Coyote Wanders Into 8th Grade Classroom, Interrupts First Day Back at School

It was the first day back at school for Our Lady of Lourdes Parish School in Northridge, California. But just as students were due to arrive, a lone, wild coyote found its way into one classroom, startling faculty and staff.

The incident occurred around 7:30 a.m. on Wednesday, reported KABC, and, luckily, it was early enough that only teachers and administrators were in the building. The coyote reportedly roamed into an eighth grade classroom before it was safely removed by animal control.

A spokesperson from Our Lady of Lourdes told Newsweek the coyote entered the school via their main driveway, as the gate had been left open for cars dropping off students. It ran into the classroom, which was empty at the time, passing staff and faculty on its way. "Initially a few staff members tried to shoo the coyote out of the classroom but it seemed frightened and coward in the corner," noted the spokesperson.

Eventually, the Los Angeles Department of Animal Care and Control came and took the animal "without incident." The majority of the school's students remained unaware of the situation, while the eighth graders who were affected were "by and large amused" by the situation.

"The coyote never presented a threat," added the spokesperson. "It was far away from the adults on campus and when students arrived it was closed in the classroom."

"I've dealt with other [kinds] of animals here, like wildlife outside," explained Reverend Filiberto Cortez to KABC, citing crows as one example of the types of creatures he's encountered. "But this is the first time in setting where, actually, a coyote walks in."

Coyote in Classroom
A coyote found its way into an eighth grade classroom in Northridge, California last week. A school spokesperson said the coyote never posed a threat and was later removed by the Los Angeles Department of Animal Care and Control. Our Lady of Lourdes Parish School

Reverend Cortez expressed empathy for the animal, as coyote populations are facing widespread displacement and habitat loss due to climate change-induced drought.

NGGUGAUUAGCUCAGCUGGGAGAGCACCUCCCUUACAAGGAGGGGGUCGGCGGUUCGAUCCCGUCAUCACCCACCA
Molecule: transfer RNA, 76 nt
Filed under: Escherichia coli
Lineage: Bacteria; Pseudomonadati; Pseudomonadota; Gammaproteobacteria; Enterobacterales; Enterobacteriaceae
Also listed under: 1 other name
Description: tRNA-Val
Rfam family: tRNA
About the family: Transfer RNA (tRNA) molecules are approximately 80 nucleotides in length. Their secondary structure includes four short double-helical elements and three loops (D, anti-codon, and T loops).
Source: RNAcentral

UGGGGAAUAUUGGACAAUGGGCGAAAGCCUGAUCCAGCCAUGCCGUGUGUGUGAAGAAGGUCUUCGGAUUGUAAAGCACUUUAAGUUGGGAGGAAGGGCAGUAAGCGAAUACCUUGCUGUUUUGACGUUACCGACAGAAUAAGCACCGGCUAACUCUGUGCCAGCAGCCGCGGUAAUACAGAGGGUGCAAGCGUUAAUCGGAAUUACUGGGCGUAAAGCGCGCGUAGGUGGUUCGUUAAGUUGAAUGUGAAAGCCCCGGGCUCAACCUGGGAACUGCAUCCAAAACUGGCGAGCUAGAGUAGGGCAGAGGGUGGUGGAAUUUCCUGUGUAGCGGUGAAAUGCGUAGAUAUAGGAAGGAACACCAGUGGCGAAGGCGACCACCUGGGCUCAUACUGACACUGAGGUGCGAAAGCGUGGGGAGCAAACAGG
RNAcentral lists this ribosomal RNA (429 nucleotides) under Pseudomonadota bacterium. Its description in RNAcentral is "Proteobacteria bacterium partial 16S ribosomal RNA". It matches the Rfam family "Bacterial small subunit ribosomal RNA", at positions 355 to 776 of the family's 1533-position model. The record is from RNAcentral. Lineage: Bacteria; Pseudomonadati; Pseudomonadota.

"They're just trying to survive out there," he said.

All over the state, coyote sightings in suburban and urban areas have been on the rise.

"Frankly, throughout the state of California, we are seeing what seems like an increase in coyote visits," explained Tim Daley, public information officer for the California Department of Fish and Wildlife, to Noozhawk, a Santa Barbara-based publication.

"The drought in general is playing a role in a likely increase in wildlife activity in animals that we have not seen before," he said, adding that the coyotes are probably traveling farther distances than previously to access food and water.

However, as the Human Society of the United States notes, "coyote attacks on people are very rare," and the creatures are typically fearful of humans. The key is to prohibit coyotes from becoming "habituated": if people feed coyotes, for example, the animals will lose their fear of humans. As a result, they may exhibit aggressive behavior, as they start to see people as a source of food.

Wildlife expert Jennifer Brent spoke to KABC about the incident at Our Lady of Lourdes, advising people to steer clear of coyotes—for both parties' sakes. "Don't feed it, don't try to pet it," she said. "These are all things that are detrimental to the coyote and detrimental to you. You want the coyote to get away from you, get away from people."

Brent also echoed that coyotes are fleeing their habitats due to drought and often find themselves looking for food and water in human-populated areas.

"The animals are suffering. The people are suffering," she said.

Updated 08/23/2021, 5:13 p.m. ET: This story has been updated with a statement from an Our Lady of Lourdes Parish School spokesperson.